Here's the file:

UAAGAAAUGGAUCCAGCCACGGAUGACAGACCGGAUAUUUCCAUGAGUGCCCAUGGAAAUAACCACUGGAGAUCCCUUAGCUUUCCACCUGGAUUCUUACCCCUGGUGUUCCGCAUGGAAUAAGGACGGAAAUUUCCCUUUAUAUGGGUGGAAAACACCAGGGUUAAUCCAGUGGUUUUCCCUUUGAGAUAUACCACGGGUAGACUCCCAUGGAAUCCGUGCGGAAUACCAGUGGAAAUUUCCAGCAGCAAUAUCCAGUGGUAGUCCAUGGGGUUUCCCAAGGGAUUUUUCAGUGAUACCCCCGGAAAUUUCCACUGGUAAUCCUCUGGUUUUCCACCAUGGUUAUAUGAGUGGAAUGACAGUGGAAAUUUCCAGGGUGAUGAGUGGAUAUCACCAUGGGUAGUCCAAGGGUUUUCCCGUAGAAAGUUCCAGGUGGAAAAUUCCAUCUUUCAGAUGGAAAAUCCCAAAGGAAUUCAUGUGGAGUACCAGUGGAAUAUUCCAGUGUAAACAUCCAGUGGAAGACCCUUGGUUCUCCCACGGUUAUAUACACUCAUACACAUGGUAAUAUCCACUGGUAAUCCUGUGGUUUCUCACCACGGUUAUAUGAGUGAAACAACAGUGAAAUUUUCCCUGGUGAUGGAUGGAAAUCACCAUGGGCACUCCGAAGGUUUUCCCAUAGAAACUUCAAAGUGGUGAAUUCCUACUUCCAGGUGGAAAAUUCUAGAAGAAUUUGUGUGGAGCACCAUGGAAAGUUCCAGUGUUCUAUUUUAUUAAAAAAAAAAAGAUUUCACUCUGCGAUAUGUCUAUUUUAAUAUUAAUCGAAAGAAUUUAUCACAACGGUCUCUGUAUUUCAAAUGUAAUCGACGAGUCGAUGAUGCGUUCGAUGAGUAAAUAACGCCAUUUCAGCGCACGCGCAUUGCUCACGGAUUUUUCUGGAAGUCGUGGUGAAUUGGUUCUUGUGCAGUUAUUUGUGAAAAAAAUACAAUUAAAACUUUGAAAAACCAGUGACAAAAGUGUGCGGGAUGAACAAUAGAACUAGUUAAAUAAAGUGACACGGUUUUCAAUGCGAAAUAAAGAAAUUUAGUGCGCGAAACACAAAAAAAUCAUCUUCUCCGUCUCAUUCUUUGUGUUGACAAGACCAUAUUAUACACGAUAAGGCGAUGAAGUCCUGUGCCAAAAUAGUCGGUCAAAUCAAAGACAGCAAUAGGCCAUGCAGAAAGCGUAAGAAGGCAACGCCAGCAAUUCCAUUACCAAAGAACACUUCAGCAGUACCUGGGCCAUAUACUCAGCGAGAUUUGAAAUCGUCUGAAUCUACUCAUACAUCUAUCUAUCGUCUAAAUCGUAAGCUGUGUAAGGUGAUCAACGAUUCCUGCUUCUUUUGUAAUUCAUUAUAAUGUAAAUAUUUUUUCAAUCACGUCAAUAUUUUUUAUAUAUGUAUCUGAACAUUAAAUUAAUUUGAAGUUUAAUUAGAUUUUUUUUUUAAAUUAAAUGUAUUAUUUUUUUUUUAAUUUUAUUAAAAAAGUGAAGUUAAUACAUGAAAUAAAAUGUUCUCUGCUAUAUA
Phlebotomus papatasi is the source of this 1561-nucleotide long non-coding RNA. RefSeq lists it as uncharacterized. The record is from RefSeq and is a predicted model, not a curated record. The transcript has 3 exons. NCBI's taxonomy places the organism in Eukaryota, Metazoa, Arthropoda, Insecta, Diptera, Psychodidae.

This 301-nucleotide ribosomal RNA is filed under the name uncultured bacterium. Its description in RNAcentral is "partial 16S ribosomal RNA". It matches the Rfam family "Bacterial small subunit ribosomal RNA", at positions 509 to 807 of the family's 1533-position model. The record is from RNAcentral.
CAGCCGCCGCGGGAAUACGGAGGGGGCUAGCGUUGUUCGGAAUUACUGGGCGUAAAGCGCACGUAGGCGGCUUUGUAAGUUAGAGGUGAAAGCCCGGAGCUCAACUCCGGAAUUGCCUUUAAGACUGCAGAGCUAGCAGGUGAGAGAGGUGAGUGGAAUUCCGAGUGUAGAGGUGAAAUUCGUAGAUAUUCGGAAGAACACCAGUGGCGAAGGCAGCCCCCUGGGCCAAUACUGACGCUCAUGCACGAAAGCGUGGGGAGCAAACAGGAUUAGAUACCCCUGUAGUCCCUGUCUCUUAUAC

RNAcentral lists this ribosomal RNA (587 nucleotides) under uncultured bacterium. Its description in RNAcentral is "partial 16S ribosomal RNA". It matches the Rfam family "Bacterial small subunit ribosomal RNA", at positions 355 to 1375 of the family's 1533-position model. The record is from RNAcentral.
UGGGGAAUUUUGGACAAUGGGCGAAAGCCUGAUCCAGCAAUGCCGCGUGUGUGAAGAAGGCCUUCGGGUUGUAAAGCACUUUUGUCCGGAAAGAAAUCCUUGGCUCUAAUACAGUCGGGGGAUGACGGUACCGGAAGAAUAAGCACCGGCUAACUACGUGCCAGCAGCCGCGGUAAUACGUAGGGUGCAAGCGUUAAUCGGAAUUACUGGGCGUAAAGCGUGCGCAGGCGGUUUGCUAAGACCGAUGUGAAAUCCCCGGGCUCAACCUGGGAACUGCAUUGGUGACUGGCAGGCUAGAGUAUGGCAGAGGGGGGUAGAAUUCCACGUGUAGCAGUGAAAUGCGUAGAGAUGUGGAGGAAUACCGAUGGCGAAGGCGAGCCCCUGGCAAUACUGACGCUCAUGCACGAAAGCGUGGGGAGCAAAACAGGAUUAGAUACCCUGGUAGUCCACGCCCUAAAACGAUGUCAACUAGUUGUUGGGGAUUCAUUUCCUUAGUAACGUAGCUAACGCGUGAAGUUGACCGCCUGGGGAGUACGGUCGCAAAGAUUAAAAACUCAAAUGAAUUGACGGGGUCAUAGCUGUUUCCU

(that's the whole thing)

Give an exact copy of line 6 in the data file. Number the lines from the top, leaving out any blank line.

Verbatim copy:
UGGGGAAUUUUGGACAAUGGGCGAAAGCCUGAUCCAGCAAUGCCGCGUGUGUGAAGAAGGCCUUCGGGUUGUAAAGCACUUUUGUCCGGAAAGAAAUCCUUGGCUCUAAUACAGUCGGGGGAUGACGGUACCGGAAGAAUAAGCACCGGCUAACUACGUGCCAGCAGCCGCGGUAAUACGUAGGGUGCAAGCGUUAAUCGGAAUUACUGGGCGUAAAGCGUGCGCAGGCGGUUUGCUAAGACCGAUGUGAAAUCCCCGGGCUCAACCUGGGAACUGCAUUGGUGACUGGCAGGCUAGAGUAUGGCAGAGGGGGGUAGAAUUCCACGUGUAGCAGUGAAAUGCGUAGAGAUGUGGAGGAAUACCGAUGGCGAAGGCGAGCCCCUGGCAAUACUGACGCUCAUGCACGAAAGCGUGGGGAGCAAAACAGGAUUAGAUACCCUGGUAGUCCACGCCCUAAAACGAUGUCAACUAGUUGUUGGGGAUUCAUUUCCUUAGUAACGUAGCUAACGCGUGAAGUUGACCGCCUGGGGAGUACGGUCGCAAAGAUUAAAAACUCAAAUGAAUUGACGGGGUCAUAGCUGUUUCCU